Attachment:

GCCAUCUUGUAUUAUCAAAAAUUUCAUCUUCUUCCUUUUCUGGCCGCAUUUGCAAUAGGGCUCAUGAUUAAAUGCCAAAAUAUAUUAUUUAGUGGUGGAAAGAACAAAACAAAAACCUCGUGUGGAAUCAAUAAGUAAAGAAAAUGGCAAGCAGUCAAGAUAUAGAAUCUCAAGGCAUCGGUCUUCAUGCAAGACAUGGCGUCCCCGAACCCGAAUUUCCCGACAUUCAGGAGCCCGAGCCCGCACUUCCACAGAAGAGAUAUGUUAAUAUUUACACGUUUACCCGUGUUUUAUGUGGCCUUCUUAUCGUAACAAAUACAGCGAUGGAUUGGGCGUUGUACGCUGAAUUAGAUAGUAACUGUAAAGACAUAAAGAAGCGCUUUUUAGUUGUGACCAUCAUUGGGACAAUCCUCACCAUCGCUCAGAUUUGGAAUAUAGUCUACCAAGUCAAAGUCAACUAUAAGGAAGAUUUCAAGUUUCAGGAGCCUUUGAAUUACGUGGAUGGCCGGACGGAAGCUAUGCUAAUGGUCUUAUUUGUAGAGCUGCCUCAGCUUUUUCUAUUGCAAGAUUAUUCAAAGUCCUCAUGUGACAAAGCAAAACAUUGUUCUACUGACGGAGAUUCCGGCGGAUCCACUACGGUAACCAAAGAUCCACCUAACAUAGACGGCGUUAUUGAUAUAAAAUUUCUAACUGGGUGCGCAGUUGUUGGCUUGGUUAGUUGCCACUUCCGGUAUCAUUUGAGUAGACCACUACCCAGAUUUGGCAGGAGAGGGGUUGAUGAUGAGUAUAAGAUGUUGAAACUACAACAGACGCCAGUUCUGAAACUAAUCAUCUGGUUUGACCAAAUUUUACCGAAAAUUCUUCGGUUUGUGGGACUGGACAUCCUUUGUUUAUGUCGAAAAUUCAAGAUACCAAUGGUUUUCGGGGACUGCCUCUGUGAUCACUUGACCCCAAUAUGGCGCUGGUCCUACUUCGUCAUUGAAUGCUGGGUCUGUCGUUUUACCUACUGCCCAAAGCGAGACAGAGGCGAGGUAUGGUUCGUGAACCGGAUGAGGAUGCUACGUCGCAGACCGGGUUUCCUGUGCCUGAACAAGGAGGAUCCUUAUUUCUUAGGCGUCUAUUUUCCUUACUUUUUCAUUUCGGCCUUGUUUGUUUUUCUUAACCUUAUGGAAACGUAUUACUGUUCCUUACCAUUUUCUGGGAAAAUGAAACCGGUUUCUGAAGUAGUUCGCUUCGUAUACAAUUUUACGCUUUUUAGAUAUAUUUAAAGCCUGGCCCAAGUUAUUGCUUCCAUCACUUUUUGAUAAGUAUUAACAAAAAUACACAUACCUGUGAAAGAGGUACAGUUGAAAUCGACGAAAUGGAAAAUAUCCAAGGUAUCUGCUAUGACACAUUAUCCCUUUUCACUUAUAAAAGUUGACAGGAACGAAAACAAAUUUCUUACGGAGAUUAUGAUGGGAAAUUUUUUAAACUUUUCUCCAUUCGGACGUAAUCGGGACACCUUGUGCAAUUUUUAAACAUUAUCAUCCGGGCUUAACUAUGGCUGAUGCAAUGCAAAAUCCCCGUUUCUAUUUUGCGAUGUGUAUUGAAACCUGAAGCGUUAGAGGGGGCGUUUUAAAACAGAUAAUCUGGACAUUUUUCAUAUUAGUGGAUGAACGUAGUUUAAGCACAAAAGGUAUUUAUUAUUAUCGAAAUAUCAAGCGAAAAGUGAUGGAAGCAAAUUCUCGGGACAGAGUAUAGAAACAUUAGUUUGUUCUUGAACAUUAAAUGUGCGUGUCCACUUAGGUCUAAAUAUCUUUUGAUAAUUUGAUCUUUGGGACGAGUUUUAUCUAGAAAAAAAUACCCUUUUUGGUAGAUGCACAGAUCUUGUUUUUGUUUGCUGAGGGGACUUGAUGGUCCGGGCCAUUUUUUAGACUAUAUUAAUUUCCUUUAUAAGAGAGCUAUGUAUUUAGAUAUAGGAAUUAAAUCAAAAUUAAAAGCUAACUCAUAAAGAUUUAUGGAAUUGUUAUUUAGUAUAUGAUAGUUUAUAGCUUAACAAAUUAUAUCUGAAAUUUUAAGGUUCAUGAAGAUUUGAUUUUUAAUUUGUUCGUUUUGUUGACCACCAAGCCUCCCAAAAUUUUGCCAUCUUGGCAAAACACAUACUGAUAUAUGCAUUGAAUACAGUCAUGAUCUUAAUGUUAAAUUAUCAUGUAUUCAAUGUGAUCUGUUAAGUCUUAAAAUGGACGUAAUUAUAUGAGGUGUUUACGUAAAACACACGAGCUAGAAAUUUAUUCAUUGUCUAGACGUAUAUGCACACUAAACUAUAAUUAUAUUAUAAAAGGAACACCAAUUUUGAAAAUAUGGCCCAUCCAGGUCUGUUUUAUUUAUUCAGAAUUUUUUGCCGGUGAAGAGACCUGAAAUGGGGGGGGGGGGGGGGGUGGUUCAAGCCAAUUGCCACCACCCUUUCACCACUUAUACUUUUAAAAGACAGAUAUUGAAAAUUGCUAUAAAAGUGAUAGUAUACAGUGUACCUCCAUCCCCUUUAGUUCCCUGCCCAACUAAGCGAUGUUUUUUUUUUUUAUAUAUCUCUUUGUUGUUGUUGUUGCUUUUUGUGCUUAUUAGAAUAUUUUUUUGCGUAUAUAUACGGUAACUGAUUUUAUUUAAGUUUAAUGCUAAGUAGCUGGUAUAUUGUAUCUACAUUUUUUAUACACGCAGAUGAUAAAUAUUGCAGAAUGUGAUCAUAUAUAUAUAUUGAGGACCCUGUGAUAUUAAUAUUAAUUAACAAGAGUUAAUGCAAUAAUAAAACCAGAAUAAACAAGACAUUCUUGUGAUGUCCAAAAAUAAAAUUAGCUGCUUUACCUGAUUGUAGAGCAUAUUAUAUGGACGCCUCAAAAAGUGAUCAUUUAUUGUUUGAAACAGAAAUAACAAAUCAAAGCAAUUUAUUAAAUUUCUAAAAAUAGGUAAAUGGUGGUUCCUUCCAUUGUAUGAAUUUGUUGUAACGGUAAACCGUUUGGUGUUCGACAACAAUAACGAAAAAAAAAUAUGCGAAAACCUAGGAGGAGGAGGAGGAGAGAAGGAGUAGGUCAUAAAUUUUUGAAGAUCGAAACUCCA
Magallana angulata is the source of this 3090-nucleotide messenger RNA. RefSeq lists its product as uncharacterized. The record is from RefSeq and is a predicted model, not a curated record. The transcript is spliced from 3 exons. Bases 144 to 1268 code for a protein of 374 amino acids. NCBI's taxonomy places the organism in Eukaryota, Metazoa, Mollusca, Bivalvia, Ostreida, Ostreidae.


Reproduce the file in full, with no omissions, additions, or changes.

GCCAUCUUGUAUUAUCAAAAAUUUCAUCUUCUUCCUUUUCUGGCCGCAUUUGCAAUAGGGCUCAUGAUUAAAUGCCAAAAUAUAUUAUUUAGUGGUGGAAAGAACAAAACAAAAACCUCGUGUGGAAUCAAUAAGUAAAGAAAAUGGCAAGCAGUCAAGAUAUAGAAUCUCAAGGCAUCGGUCUUCAUGCAAGACAUGGCGUCCCCGAACCCGAAUUUCCCGACAUUCAGGAGCCCGAGCCCGCACUUCCACAGAAGAGAUAUGUUAAUAUUUACACGUUUACCCGUGUUUUAUGUGGCCUUCUUAUCGUAACAAAUACAGCGAUGGAUUGGGCGUUGUACGCUGAAUUAGAUAGUAACUGUAAAGACAUAAAGAAGCGCUUUUUAGUUGUGACCAUCAUUGGGACAAUCCUCACCAUCGCUCAGAUUUGGAAUAUAGUCUACCAAGUCAAAGUCAACUAUAAGGAAGAUUUCAAGUUUCAGGAGCCUUUGAAUUACGUGGAUGGCCGGACGGAAGCUAUGCUAAUGGUCUUAUUUGUAGAGCUGCCUCAGCUUUUUCUAUUGCAAGAUUAUUCAAAGUCCUCAUGUGACAAAGCAAAACAUUGUUCUACUGACGGAGAUUCCGGCGGAUCCACUACGGUAACCAAAGAUCCACCUAACAUAGACGGCGUUAUUGAUAUAAAAUUUCUAACUGGGUGCGCAGUUGUUGGCUUGGUUAGUUGCCACUUCCGGUAUCAUUUGAGUAGACCACUACCCAGAUUUGGCAGGAGAGGGGUUGAUGAUGAGUAUAAGAUGUUGAAACUACAACAGACGCCAGUUCUGAAACUAAUCAUCUGGUUUGACCAAAUUUUACCGAAAAUUCUUCGGUUUGUGGGACUGGACAUCCUUUGUUUAUGUCGAAAAUUCAAGAUACCAAUGGUUUUCGGGGACUGCCUCUGUGAUCACUUGACCCCAAUAUGGCGCUGGUCCUACUUCGUCAUUGAAUGCUGGGUCUGUCGUUUUACCUACUGCCCAAAGCGAGACAGAGGCGAGGUAUGGUUCGUGAACCGGAUGAGGAUGCUACGUCGCAGACCGGGUUUCCUGUGCCUGAACAAGGAGGAUCCUUAUUUCUUAGGCGUCUAUUUUCCUUACUUUUUCAUUUCGGCCUUGUUUGUUUUUCUUAACCUUAUGGAAACGUAUUACUGUUCCUUACCAUUUUCUGGGAAAAUGAAACCGGUUUCUGAAGUAGUUCGCUUCGUAUACAAUUUUACGCUUUUUAGAUAUAUUUAAAGCCUGGCCCAAGUUAUUGCUUCCAUCACUUUUUGAUAAGUAUUAACAAAAAUACACAUACCUGUGAAAGAGGUACAGUUGAAAUCGACGAAAUGGAAAAUAUCCAAGGUAUCUGCUAUGACACAUUAUCCCUUUUCACUUAUAAAAGUUGACAGGAACGAAAACAAAUUUCUUACGGAGAUUAUGAUGGGAAAUUUUUUAAACUUUUCUCCAUUCGGACGUAAUCGGGACACCUUGUGCAAUUUUUAAACAUUAUCAUCCGGGCUUAACUAUGGCUGAUGCAAUGCAAAAUCCCCGUUUCUAUUUUGCGAUGUGUAUUGAAACCUGAAGCGUUAGAGGGGGCGUUUUAAAACAGAUAAUCUGGACAUUUUUCAUAUUAGUGGAUGAACGUAGUUUAAGCACAAAAGGUAUUUAUUAUUAUCGAAAUAUCAAGCGAAAAGUGAUGGAAGCAAAUUCUCGGGACAGAGUAUAGAAACAUUAGUUUGUUCUUGAACAUUAAAUGUGCGUGUCCACUUAGGUCUAAAUAUCUUUUGAUAAUUUGAUCUUUGGGACGAGUUUUAUCUAGAAAAAAAUACCCUUUUUGGUAGAUGCACAGAUCUUGUUUUUGUUUGCUGAGGGGACUUGAUGGUCCGGGCCAUUUUUUAGACUAUAUUAAUUUCCUUUAUAAGAGAGCUAUGUAUUUAGAUAUAGGAAUUAAAUCAAAAUUAAAAGCUAACUCAUAAAGAUUUAUGGAAUUGUUAUUUAGUAUAUGAUAGUUUAUAGCUUAACAAAUUAUAUCUGAAAUUUUAAGGUUCAUGAAGAUUUGAUUUUUAAUUUGUUCGUUUUGUUGACCACCAAGCCUCCCAAAAUUUUGCCAUCUUGGCAAAACACAUACUGAUAUAUGCAUUGAAUACAGUCAUGAUCUUAAUGUUAAAUUAUCAUGUAUUCAAUGUGAUCUGUUAAGUCUUAAAAUGGACGUAAUUAUAUGAGGUGUUUACGUAAAACACACGAGCUAGAAAUUUAUUCAUUGUCUAGACGUAUAUGCACACUAAACUAUAAUUAUAUUAUAAAAGGAACACCAAUUUUGAAAAUAUGGCCCAUCCAGGUCUGUUUUAUUUAUUCAGAAUUUUUUGCCGGUGAAGAGACCUGAAAUGGGGGGGGGGGGGGGGGUGGUUCAAGCCAAUUGCCACCACCCUUUCACCACUUAUACUUUUAAAAGACAGAUAUUGAAAAUUGCUAUAAAAGUGAUAGUAUACAGUGUACCUCCAUCCCCUUUAGUUCCCUGCCCAACUAAGCGAUGUUUUUUUUUUUUAUAUAUCUCUUUGUUGUUGUUGUUGCUUUUUGUGCUUAUUAGAAUAUUUUUUUGCGUAUAUAUACGGUAACUGAUUUUAUUUAAGUUUAAUGCUAAGUAGCUGGUAUAUUGUAUCUACAUUUUUUAUACACGCAGAUGAUAAAUAUUGCAGAAUGUGAUCAUAUAUAUAUAUUGAGGACCCUGUGAUAUUAAUAUUAAUUAACAAGAGUUAAUGCAAUAAUAAAACCAGAAUAAACAAGACAUUCUUGUGAUGUCCAAAAAUAAAAUUAGCUGCUUUACCUGAUUGUAGAGCAUAUUAUAUGGACGCCUCAAAAAGUGAUCAUUUAUUGUUUGAAACAGAAAUAACAAAUCAAAGCAAUUUAUUAAAUUUCUAAAAAUAGGUAAAUGGUGGUUCCUUCCAUUGUAUGAAUUUGUUGUAACGGUAAACCGUUUGGUGUUCGACAACAAUAACGAAAAAAAAAUAUGCGAAAACCUAGGAGGAGGAGGAGGAGAGAAGGAGUAGGUCAUAAAUUUUUGAAGAUCGAAACUCCA
Magallana angulata is the source of this 3090-nucleotide messenger RNA. RefSeq lists its product as uncharacterized. The record is from RefSeq and is a predicted model, not a curated record. The transcript is spliced from 3 exons. Bases 144 to 1268 code for a protein of 374 amino acids. NCBI's taxonomy places the organism in Eukaryota, Metazoa, Mollusca, Bivalvia, Ostreida, Ostreidae.